Times Square!

Just like the square itself, the news item of a lunatic Faisal Shahzad trying to set a car on fire has attracted millions of viewers.  Without diving into the act itself, the consequences are more important.  Various conspiracy theories have arisen from the right-wing in Pakistan who are exclaiming that with the help of the botched bombing the United States are going to force the Pakistan Army into North Waziristan, whereas the left are trying to break the link between Shahzad and a nation of 180 million. After all, Shahzad is a US citizen who has been residing in the United States for many years.  In an already fractured relationship, Obama and his administration need to tread rather carefully as much anger, resentment and fear lies below the surface. Pakistan’s Ambassador to the United Nations has done a wonderful job of explaining where Pakistan is coming from.  From being articulate to comprehensive, a much needed voice needs to be aired in both Pakistan and the United States to continue strengthening the Pak-US relationship.

I apologize in advance, for some reason I cannot add a flash video here. Please do follow the link to see the interview of Pakistan’s Ambassador to the United Nations.  http://www.cbsnews.com/video/watch/?id=6471329n&tag=api

Sick and Tired!

By: Agha Haider Raza

Over the past week Pakistan has read many different news items. From the passing of the 18th amendment to the bomb blast at the US Consulate, much is happening. Some may say the stories are for the betterment of our country while others may disagree. In my mind the successful visit of the Foreign Minister and his entourage to the United States gave Pakistan some much needed positive press. However, the current witch-hunt carried out by the Chief Justice and the ugly battle over the reopening of Zardari’s corruption cases has embarrassed many of those who fought for the independence of the judiciary. Now do not get me wrong, as much as I enjoyed protesting on the streets of Lahore for the reinstatement of the nation’s top judge, I can’t fathom Mr. Iftikhar’s current agenda of picking and choosing his enemies. When will we be able to see actual results from the “democratically” elected officials and the “independent” judiciary we as a nation have struggled to achieve for 62 years? When will stop pointing fingers and vilifying those whom we disagree with? Or have we gotten used to being stuck in this whirlpool of revengeful politics. Honestly, we Pakistanis have gotten sick and tired of the lies and broken promises. Continue reading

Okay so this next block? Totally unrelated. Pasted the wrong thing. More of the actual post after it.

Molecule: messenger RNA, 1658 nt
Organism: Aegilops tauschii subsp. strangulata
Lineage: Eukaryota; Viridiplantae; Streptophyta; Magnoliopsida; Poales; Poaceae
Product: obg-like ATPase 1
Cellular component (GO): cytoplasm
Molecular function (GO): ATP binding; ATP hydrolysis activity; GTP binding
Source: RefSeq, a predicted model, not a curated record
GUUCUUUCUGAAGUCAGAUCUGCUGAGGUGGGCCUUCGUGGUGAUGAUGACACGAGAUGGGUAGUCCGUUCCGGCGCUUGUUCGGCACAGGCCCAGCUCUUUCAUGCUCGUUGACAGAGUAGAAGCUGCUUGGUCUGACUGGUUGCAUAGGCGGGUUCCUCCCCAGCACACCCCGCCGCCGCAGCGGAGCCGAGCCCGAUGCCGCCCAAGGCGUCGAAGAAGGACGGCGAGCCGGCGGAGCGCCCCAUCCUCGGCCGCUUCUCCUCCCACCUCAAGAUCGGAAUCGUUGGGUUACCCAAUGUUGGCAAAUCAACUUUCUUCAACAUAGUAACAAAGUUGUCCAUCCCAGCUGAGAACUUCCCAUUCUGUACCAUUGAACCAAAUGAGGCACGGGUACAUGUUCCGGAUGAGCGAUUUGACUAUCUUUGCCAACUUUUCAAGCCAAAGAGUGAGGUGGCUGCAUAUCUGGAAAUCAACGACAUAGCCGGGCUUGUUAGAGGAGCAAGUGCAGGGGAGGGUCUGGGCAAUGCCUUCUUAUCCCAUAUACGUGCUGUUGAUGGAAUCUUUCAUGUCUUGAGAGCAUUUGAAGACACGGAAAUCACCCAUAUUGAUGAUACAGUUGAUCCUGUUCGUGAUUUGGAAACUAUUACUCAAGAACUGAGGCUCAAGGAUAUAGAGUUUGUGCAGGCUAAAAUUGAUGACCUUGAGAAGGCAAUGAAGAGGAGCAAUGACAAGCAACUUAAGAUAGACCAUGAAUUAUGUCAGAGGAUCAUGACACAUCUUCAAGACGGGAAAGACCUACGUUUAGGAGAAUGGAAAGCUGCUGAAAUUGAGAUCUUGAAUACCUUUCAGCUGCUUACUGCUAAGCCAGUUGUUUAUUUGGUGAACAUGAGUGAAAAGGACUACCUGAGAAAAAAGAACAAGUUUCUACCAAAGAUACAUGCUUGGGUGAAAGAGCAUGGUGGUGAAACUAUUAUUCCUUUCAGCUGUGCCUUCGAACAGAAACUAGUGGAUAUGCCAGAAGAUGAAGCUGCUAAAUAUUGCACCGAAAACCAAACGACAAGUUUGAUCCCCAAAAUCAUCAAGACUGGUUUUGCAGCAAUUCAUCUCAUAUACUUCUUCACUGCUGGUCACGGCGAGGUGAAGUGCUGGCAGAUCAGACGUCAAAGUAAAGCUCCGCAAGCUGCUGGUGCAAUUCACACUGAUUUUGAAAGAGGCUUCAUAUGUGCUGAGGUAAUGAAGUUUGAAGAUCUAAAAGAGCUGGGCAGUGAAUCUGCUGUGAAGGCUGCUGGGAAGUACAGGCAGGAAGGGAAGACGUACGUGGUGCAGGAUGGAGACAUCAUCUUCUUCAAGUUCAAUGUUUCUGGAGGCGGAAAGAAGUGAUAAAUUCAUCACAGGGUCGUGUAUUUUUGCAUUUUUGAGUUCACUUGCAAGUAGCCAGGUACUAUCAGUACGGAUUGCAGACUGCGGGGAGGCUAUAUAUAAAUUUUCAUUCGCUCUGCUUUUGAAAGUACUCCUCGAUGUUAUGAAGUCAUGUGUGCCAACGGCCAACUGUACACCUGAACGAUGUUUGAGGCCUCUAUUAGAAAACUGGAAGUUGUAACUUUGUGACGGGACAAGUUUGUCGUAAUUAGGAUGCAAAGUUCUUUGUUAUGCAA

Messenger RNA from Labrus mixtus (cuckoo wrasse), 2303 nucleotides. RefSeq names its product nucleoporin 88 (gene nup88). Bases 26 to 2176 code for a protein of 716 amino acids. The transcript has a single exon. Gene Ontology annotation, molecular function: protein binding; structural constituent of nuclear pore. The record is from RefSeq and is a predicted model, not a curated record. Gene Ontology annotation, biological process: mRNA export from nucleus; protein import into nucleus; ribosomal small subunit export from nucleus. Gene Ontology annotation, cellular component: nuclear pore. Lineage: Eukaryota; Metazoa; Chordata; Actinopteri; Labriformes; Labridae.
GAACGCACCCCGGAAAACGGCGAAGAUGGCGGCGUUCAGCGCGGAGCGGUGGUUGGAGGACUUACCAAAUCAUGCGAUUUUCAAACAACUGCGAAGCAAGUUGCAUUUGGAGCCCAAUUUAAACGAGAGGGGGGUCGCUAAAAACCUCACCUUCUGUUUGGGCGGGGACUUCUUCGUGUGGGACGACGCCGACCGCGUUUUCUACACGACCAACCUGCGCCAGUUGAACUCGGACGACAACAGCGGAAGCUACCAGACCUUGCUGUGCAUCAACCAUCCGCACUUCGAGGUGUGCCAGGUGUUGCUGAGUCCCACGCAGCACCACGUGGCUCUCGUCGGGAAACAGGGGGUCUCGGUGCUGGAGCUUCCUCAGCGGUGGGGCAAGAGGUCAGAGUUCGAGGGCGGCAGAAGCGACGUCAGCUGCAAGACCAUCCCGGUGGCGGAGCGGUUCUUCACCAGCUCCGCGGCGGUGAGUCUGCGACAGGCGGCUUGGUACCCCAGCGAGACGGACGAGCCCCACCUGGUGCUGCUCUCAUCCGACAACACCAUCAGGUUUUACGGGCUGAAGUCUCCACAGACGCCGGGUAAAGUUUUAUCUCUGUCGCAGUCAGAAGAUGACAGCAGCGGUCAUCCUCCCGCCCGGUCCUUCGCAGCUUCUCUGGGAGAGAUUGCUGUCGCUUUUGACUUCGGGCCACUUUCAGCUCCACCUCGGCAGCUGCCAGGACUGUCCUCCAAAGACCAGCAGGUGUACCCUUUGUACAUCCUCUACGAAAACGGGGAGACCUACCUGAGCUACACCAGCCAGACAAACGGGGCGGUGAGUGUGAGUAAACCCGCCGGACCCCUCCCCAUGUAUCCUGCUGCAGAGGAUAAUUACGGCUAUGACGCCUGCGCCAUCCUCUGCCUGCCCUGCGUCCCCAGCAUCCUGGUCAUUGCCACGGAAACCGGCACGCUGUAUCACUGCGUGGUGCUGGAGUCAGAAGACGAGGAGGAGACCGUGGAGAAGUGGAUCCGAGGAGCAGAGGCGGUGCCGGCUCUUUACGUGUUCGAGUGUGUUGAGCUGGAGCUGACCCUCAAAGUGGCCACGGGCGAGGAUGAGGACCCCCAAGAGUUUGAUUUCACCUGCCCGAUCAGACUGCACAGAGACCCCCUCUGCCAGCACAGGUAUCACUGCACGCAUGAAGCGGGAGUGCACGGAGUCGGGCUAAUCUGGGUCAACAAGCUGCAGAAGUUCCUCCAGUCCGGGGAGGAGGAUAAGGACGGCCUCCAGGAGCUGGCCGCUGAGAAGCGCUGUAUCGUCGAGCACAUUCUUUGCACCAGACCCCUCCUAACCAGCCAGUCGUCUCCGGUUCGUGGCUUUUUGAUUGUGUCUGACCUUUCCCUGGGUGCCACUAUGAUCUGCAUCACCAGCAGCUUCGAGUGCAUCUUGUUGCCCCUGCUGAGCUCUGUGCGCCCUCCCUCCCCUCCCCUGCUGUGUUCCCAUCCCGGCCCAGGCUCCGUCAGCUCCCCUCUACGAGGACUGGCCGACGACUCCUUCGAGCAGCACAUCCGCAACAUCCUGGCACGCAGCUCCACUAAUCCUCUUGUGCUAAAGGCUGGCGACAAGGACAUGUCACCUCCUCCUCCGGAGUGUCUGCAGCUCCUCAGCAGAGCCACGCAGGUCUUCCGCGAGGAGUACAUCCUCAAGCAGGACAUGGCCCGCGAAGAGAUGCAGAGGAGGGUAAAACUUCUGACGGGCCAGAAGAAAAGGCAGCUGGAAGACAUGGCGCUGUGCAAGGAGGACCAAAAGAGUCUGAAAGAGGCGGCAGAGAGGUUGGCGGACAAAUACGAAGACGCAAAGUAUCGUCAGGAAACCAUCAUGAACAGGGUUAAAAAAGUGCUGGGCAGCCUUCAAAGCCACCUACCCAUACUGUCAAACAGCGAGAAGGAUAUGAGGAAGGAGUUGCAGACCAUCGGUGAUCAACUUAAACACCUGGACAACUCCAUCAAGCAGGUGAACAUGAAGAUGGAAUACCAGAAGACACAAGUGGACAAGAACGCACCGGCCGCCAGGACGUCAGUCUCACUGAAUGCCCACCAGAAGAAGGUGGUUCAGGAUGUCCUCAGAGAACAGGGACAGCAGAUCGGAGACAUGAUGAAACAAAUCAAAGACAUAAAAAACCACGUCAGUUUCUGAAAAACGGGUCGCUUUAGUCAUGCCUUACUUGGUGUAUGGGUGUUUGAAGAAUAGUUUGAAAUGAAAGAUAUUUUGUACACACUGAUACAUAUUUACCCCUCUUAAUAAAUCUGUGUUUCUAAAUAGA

I’m Back!

Sorry for the absence – but as per the rules of my dad, academics comes first.  It was getting a bit too hectic juggling work and the blog.  Anyways, getting back to Pakistani politics we are surely seeing a shift in the political environment.  I had written a few weeks ago in regards to a new dawn that was being witnessed with the arrest of key Taliban leaders. With the Rabbani committee signatories having penned down their names on the 18th amendment, the constitution will be reverted to an almost 1973 like condition. Regardless of the political climate we have many calling for the re-opening of corruption cases against the President and as Ansar Abbassi puts it “his cronies”. If Zardari has taken a single penny out of the treasury for his personal use and the umbrella of corruption – then try him by all means necessary. But respect the institutions present in the country rather than pitting them against each other. These tactics are becoming rather monotonous and irritating and its high time these “news analysis” encourage growth and development in the country rather than inviting the military or judiciary to step into the president’s house.

A new dawn

By: Agha Haider Raza